Explore Nature Along, and In, the Hudson River at Fun Citizen Science Outing on Saturday, Sept. 9

Thursday, August 24, 2017 -- Scenic Hudson
Contact: 

Jay Burgess
Director of Communications, Scenic Hudson, Inc.
jburgess@scenichudson.org 845 473 4440, Ext. 222 

Eli Schloss
Tideline Program Director, Clearwater
eli@clearwater.org, 845 265 8080, Ext. 7106

ULSTER PARK (Ulster County)—The public is invited to join a hike through a forested area along the Hudson River to learn about and document the status of specific plants that can offer scientists clues about how the species are being impacted by a changing climate in the Hudson Valley. Participants also will have an opportunity to wade into the Hudson to help catch fish using large nets. After being identified and classified so information about the catch can assist scientists, the fish will be released. This citizen science outing, Wake and Wade, will be hosted by the Hudson River Sloop Clearwater and Scenic Hudson at Esopus Meadows Preserve, 257 River Road, Ulster Park, Ulster County, from 2 to 4 p.m. on Saturday, Sept. 9. The event is part of the annual Hudson River Valley Ramble, presented by the Hudson River Valley Greenway. The preserve is owned and maintained by Scenic Hudson.

Environmental educators from Scenic Hudson and Clearwater will lead the Walk and Wade activities. The event will begin with a ribbon cutting for Scenic Hudson’s new phenology trail, funded by a $4,900 grant from New York State’s Hudson River Valley Greenway program. Phenology is a branch of science that deals with the relationships between climate and seasonal activities by plants and animals. Scientists at environmental groups and with New York State are closely monitoring the effects a changing climate in the Hudson Valley is having on the region’s ecosystems. The public also will learn how the natural course of a stream at the preserve recently has been restored from damage sustained during the last couple of tropical storms. Accomplished with a $97,500 grant from state Department of Environmental Conservation’s Hudson River Estuary Program with funds provided through the state Natural Resource Damages Fund and the U.S. Fish and Wildlife Service’s State Wildlife Grant Program, the work improves the preserve’s popular Hudson River Greenway Water Trail Site.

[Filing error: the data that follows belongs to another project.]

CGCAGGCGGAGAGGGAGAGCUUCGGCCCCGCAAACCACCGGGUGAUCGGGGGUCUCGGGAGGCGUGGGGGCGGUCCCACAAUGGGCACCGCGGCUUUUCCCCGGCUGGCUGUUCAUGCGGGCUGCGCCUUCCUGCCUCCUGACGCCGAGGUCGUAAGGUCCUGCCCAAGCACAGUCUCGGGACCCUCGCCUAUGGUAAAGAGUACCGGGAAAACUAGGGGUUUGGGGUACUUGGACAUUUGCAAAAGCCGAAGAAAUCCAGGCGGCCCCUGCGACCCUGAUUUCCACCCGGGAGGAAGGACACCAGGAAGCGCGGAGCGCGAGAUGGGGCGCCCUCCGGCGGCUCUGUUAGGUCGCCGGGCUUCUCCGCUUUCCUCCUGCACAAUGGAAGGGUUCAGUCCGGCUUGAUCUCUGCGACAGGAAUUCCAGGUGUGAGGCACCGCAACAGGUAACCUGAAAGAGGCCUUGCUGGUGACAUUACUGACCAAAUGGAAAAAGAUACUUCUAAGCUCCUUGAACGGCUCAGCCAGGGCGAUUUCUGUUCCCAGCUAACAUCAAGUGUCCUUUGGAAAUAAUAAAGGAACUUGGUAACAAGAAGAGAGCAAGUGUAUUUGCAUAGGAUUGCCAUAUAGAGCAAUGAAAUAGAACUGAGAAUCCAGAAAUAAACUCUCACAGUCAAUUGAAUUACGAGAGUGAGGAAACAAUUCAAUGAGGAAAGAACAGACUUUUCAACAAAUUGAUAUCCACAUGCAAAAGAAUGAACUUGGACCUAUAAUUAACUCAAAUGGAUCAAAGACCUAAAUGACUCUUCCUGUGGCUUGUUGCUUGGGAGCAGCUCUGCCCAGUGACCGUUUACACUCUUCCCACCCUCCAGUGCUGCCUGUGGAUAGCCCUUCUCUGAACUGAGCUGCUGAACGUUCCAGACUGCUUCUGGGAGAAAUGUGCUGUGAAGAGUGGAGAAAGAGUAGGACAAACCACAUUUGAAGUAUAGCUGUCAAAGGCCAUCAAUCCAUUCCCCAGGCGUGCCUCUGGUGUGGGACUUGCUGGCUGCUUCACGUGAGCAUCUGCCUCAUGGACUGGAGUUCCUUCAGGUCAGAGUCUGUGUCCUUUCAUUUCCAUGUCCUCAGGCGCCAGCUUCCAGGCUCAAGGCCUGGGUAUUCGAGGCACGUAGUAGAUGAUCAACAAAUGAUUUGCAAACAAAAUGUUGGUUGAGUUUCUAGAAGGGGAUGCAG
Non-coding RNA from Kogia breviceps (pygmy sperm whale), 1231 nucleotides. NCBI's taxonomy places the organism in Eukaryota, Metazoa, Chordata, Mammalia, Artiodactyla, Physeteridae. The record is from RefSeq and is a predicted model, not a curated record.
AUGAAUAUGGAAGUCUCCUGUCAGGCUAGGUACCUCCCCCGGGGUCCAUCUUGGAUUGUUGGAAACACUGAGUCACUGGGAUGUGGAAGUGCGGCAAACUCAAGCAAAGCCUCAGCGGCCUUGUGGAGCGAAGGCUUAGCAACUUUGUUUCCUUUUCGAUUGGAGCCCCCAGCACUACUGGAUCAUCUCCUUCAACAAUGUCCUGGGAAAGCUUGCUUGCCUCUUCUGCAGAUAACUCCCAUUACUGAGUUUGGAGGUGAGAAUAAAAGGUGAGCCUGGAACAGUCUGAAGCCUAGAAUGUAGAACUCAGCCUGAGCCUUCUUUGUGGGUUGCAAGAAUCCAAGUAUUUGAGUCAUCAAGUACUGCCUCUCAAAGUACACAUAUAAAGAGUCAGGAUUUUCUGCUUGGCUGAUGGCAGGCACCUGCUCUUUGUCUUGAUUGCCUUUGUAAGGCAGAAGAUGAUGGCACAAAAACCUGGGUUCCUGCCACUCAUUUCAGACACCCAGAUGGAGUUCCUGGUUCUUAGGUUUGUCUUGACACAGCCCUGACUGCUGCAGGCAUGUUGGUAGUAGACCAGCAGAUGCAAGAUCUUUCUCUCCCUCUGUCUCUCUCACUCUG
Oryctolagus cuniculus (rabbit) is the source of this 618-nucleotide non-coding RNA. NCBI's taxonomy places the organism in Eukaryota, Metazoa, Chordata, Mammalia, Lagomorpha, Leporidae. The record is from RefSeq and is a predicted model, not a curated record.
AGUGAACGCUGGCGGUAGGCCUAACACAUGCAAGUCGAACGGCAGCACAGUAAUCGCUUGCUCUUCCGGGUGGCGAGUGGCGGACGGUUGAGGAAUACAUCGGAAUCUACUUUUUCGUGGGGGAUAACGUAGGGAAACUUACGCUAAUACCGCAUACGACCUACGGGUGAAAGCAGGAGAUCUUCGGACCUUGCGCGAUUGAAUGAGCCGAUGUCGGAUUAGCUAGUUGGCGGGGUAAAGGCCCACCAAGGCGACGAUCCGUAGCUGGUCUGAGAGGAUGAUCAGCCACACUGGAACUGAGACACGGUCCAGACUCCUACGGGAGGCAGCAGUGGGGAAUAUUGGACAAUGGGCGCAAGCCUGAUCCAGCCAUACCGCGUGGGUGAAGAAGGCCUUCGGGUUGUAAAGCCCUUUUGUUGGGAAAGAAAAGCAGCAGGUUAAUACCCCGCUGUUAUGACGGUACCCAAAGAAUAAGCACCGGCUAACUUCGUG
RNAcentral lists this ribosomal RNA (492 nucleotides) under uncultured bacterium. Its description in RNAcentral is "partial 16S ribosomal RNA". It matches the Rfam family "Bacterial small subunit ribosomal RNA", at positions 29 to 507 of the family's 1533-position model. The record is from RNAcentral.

Following the trail walk, interested participants can put on chest waders to enter the Hudson with large nets to catch fish. Different fish species will be identified and examined, and there will be a discussion on fish biology and adaptation.

About Hudson River Sloop Clearwater

Launched in 1969 by legendary folk singer and activist Pete Seeger, Hudson River Sloop Clearwater has been at the forefront of the environmental movement as champions of the Hudson River. To date, more than half a million people have experienced their first real look at an estuary’s ecosystem aboard the sloop Clearwater. Clearwater has become the grassroots model for producing positive changes to protect our planet. For more information, visit www.clearwater.org.

About Scenic Hudson

Scenic Hudson preserves land and farms and creates parks that connect people with the inspirational power of the Hudson River, while fighting threats to the river and natural resources that are the foundation of the valley’s prosperity. A crusader for the valley since 1963, we are credited with saving fabled Storm King Mountain from a destructive industrial project and launching the modern grass-roots environmental movement. Today with more than 25,000 ardent supporters, we are the largest environmental group focused on the Hudson River Valley. Our team of experts combines land acquisition, support for agriculture, citizen-based advocacy and sophisticated planning tools to create environmentally healthy communities, champion smart economic growth, open up riverfronts to the public and preserve the valley’s inspiring beauty and natural resources. To date Scenic Hudson has created or enhanced more than 65 parks, preserves and historic sites up and down the Hudson River and conserved more than 40,000 acres.

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